My junior year of high school, a guy kissed me in the backseat of a car. If that sounds at all romantic, it wasn’t. My best friend at the time was in the passenger seat, and a guy whose identity I can’t recall (probably for the best!) was driving. The guy was cool, and I couldn't quite believe it was happening. When he pulled away, he touched my head sweetly, looked into my eyes, and said...
“You know, you’d be a lot hotter if you straightened your hair.”
When I went through puberty, I didn’t just wake up with a new bra size; I also woke up with curly hair. With my glasses and braces and adult-size nose, the unfortunate frizz made me look like an SNL parody of a teenage girl. I thought cutting it into a bob would help me manage it. I thought wrong.
Eventually, I got rid of the braces and glasses. (The nose: still there.) And I got used to the hair. I started to like the curls, even. They made me different! They gave me character! They allowed me to stop spending two hours every morning with my flatiron.
But when a guy told me I would be hotter with straight hair right after kissing me, I didn't *not* want to die right then and there. I wish I could tell you I never think about it anymore, but I do! Probably too much! Except now I think it's hilarious, and also very telling. If you don't love me at my worst frizziest, you can't love me at my best Keri Russell-est.
This dude didn't shatter my self-esteem, nor did he send me seeking out keratin treatments, but I could probably buy a Brooklyn apartment from all the cash I spent buying John Frieda Frizz-Ease in high school and college.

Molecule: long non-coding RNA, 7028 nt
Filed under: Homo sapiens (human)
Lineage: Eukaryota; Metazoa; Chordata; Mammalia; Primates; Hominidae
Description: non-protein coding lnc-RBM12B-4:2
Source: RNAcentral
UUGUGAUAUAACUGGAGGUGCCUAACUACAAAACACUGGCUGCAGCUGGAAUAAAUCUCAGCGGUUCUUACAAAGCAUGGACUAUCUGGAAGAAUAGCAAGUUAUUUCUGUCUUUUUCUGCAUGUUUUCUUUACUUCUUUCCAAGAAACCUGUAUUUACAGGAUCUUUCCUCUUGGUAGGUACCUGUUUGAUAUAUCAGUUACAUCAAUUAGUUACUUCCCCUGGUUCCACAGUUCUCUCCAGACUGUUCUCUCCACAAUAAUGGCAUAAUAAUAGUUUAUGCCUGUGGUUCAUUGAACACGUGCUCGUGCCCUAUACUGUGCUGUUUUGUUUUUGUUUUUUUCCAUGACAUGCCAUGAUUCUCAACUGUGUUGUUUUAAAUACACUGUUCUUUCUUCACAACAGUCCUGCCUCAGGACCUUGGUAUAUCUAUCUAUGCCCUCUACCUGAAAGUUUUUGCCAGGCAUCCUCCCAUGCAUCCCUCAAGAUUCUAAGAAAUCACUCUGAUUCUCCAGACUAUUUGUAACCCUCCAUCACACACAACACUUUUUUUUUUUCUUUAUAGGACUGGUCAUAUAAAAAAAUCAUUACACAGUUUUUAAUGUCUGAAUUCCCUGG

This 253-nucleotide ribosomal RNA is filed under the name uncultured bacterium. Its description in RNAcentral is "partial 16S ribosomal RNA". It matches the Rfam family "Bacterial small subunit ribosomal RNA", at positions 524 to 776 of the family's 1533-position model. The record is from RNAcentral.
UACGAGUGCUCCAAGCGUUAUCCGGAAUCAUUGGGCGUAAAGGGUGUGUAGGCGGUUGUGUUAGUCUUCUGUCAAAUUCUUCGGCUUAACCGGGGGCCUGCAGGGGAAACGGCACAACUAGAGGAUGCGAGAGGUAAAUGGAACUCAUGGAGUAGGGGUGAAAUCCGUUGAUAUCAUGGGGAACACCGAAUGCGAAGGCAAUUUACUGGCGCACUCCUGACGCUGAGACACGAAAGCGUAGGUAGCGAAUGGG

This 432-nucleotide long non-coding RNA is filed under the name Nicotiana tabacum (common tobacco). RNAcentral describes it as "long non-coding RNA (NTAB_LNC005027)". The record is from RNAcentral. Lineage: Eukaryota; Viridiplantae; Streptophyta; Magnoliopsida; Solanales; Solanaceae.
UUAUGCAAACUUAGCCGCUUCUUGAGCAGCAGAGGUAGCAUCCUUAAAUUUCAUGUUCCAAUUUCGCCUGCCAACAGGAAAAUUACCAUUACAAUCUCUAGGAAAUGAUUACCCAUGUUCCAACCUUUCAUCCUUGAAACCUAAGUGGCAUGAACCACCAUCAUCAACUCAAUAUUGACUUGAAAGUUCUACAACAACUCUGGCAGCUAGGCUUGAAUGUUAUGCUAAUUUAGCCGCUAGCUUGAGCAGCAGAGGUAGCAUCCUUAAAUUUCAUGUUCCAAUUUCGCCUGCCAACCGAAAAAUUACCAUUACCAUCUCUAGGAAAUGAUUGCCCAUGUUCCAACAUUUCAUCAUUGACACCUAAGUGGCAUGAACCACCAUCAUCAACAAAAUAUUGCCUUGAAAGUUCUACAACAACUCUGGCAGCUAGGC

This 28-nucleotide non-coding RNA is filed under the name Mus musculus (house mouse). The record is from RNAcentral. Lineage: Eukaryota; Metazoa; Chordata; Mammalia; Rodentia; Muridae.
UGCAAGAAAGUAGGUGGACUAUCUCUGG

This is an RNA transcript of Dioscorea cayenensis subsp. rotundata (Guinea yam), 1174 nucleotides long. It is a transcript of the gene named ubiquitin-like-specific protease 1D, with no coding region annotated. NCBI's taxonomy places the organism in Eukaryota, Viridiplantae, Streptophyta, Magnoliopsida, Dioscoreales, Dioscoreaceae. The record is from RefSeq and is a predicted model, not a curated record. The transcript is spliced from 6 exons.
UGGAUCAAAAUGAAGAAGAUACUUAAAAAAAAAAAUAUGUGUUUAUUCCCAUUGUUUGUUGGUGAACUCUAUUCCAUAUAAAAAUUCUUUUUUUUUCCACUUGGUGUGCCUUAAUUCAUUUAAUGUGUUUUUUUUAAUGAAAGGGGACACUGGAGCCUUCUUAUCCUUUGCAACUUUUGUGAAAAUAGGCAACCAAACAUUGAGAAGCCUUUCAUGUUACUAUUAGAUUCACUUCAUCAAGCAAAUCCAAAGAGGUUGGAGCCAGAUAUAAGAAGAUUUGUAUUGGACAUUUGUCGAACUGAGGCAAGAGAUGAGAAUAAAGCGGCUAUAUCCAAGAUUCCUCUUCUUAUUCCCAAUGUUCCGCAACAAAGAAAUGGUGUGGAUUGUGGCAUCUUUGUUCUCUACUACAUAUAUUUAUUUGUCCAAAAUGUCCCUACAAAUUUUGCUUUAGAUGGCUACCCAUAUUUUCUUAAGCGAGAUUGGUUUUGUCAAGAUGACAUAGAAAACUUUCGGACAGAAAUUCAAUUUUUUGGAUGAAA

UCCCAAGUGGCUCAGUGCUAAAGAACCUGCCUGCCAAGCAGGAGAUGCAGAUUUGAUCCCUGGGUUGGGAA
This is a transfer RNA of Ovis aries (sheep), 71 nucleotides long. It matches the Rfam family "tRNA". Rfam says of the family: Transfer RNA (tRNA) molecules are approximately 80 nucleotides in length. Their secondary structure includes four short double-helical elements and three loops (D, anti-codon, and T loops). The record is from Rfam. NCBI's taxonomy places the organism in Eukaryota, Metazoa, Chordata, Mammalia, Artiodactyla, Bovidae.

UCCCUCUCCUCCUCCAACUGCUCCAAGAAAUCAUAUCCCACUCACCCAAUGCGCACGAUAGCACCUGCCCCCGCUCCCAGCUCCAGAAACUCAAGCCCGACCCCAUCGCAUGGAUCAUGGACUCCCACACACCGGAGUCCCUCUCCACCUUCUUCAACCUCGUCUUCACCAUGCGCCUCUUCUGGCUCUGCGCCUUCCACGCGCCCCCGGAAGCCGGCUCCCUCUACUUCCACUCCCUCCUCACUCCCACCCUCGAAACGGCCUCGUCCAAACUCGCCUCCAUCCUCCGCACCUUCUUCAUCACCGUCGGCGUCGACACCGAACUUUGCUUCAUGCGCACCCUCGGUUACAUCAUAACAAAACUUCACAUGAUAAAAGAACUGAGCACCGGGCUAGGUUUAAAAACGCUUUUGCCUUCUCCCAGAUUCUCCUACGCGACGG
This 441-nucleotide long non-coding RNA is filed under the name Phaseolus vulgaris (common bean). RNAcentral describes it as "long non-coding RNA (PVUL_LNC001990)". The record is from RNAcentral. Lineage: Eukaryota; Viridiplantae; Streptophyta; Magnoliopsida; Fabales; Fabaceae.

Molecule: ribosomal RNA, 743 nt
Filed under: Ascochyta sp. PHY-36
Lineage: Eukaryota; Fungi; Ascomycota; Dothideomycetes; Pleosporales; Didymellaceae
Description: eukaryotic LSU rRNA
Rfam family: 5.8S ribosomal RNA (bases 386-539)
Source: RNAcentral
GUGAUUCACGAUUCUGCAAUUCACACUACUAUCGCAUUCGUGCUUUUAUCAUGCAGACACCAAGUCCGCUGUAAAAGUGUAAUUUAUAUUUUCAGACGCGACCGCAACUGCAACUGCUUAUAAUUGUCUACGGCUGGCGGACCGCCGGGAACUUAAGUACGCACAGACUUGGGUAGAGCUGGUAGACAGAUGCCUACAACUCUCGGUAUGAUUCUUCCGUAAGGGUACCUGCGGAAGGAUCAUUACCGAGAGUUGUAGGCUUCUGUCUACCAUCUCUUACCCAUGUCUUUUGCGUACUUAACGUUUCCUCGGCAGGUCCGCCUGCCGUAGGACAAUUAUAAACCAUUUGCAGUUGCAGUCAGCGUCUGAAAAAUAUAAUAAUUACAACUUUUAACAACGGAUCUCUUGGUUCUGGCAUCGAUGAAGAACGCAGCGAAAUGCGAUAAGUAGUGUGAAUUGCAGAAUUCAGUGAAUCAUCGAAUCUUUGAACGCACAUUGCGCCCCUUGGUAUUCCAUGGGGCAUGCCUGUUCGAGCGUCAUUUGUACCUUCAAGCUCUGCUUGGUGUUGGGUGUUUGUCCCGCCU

Sidenote: Remember Frizz-Ease??
I tried to accept it because this was the hair I was stuck with, but I also remember thinking that when I moved to New York for a career in magazines (the dream!), I would have to do something about it. The most visible editors, like Amy Astley and Jane Keltner and Meredith Melling and, obviously, Anna Wintour, had shiny hair so straight, they *must* have gotten professional blowouts every morning.
One enormous exception is, obviously, Atoosa, who had a truly wild mane and was proud of it. I couldn't believe my eyes: Someone who had frizzy hair and didn't try to fix it, but instead made it seem like an...asset? What?
But even she succumbed to the siren song of the straightening iron when she made the jump from CosmoGirl to Seventeen, which she memorably wrote about in one of her editor's letters.
I like to think that Atoosa embraces the frizz these days. I do—this Simone Kitchens' essay changed my routine/life—and I really couldn’t care less what a guy thinks about my hair. Or really...anything? I’m working on it.